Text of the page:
Quote Originally Posted by focus
    Oh,I thought he's very credible.. with the likes of Douglas Foo and Ang Kong Hua partnering him..

    He recently acquired a $48 million bugis commercial building with his partners (i believed it's them).

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    Quote Originally Posted by Regulators
    Douglas Foo, the owner of Apex Pal comes from a rich family.
    Is he by any chance related to Dennis Foo? They kinda look alike ..

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    not too sure about that, but not difficult to find out from google.

    Quote Originally Posted by cheerful
    Is he by any chance related to Dennis Foo? They kinda look alike ..

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    Quote Originally Posted by Laguna
    case 2 : the trainer has $10,000 saving and built multi-million worth of properties within few years
    Oh you were there also? Did you leave before the Q&A?
    I think one of the question then was about the 10k, how to be possible.

    If I remember correctly, the answer is something like he used the 10k to start a business, made some profits and started investing with more than the 10k lar... and it was a pooled investment, i.e. he only came up with a fraction of the 20% deposit...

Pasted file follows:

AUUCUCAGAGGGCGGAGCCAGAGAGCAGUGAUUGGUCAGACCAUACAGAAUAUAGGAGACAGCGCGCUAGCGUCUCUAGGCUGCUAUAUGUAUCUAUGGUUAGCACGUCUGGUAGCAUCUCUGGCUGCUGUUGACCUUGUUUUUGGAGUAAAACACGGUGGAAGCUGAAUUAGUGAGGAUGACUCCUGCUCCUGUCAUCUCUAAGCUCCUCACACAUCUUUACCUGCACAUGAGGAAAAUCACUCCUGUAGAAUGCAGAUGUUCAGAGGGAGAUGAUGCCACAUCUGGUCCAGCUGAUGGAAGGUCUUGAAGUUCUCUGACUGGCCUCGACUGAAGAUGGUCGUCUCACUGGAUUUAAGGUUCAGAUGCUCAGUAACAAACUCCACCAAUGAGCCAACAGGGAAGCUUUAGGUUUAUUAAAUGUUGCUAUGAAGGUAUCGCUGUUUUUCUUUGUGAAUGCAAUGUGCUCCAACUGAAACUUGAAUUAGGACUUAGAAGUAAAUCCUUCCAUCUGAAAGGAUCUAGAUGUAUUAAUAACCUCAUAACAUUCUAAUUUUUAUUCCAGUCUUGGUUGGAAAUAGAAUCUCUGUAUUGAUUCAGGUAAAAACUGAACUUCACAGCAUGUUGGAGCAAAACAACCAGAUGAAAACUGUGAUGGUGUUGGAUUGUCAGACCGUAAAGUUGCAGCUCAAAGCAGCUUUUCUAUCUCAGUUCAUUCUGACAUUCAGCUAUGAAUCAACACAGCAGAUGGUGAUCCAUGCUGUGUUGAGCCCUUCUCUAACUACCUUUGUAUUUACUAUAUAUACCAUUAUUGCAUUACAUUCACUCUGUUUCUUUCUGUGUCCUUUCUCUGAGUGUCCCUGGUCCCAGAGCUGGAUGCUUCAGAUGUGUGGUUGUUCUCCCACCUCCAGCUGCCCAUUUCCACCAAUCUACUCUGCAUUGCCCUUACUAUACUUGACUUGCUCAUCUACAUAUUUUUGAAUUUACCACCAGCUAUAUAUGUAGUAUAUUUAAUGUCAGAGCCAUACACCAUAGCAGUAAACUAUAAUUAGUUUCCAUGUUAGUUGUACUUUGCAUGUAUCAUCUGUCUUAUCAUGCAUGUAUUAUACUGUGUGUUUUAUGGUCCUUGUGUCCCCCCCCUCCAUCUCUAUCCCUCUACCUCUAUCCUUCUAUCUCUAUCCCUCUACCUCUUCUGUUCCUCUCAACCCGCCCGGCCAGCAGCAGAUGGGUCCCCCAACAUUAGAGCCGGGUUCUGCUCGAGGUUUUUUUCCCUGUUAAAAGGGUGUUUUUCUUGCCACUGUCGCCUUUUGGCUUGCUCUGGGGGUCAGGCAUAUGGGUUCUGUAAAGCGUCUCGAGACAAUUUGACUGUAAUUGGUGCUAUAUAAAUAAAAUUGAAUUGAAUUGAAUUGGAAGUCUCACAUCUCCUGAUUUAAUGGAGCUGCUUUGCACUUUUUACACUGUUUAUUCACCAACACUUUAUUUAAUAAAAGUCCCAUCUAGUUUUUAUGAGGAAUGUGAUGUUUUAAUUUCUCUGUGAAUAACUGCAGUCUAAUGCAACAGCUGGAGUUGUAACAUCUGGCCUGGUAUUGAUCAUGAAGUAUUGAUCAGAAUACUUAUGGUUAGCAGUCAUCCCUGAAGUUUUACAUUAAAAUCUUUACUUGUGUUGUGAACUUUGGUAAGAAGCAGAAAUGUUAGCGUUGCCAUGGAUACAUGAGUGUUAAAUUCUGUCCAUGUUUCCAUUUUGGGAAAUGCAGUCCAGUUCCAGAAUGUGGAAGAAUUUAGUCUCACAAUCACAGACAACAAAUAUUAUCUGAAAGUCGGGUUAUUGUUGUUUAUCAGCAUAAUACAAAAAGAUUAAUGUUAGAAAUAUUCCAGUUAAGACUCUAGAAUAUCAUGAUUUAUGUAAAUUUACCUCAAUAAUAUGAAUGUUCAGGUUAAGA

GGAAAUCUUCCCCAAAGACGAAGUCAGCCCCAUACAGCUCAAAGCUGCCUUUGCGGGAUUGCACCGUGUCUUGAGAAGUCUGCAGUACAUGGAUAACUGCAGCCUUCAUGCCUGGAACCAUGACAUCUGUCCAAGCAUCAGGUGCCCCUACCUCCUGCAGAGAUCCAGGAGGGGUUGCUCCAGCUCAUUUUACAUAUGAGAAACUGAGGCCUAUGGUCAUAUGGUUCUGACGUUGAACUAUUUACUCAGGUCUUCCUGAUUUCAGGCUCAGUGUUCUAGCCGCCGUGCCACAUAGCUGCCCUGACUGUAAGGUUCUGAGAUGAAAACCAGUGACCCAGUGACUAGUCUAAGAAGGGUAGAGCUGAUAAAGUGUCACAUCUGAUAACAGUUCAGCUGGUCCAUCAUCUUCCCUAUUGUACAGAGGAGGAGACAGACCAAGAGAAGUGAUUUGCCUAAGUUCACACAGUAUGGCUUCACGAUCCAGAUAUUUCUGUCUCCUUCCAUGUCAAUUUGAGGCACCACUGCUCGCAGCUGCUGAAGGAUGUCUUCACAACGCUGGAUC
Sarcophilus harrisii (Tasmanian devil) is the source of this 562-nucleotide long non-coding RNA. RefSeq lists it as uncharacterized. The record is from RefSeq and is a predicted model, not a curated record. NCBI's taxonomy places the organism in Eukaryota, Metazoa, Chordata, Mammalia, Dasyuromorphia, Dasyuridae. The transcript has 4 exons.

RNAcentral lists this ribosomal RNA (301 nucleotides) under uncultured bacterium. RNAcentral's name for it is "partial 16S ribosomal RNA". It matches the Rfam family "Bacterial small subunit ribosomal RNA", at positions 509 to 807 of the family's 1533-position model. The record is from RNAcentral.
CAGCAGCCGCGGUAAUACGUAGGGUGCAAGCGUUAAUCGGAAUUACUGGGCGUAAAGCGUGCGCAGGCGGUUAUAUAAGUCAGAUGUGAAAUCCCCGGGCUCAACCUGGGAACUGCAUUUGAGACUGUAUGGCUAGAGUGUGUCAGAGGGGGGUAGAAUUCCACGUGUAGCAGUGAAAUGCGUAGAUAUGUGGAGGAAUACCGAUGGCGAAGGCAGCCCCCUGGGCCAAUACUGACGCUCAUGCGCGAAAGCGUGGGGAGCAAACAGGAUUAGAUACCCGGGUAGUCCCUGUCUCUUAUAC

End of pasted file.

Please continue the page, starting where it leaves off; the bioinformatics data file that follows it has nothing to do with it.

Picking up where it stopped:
have fun!
    fc

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    that is common sense. so many of my relatives with no education have also thought about pooling money to buy properties before. from my previous threads, if you gungho enough, can even own two hdb properties, use it to roll and own a third property (a condo). my formula can retire with less than 1 mil net worth and i dont think property seminars will have the balls to teach that....


    Quote Originally Posted by limfc
    Oh you were there also? Did you leave before the Q&A?
    I think one of the question then was about the 10k, how to be possible.

    If I remember correctly, the answer is something like he used the 10k to start a business, made some profits and started investing with more than the 10k lar... and it was a pooled investment, i.e. he only came up with a fraction of the 20% deposit...

    have fun!
    fc

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    Quote Originally Posted by Regulators
    To the rich, making a million from their millions is always easy. To the poor, making their first 100k then their first million is an incredibibly hard climb. I am speaking from experience.
    stop blowing your own trumpet lah.

    blow me instead.

    bitch.

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    Haha ... some of you actually believe in these things ...





  26. #26
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    i would blow you if you are chewing gum, but again, you are just a hole filled with shit so too bad, i would give it a miss.

    Quote Originally Posted by Lord Anus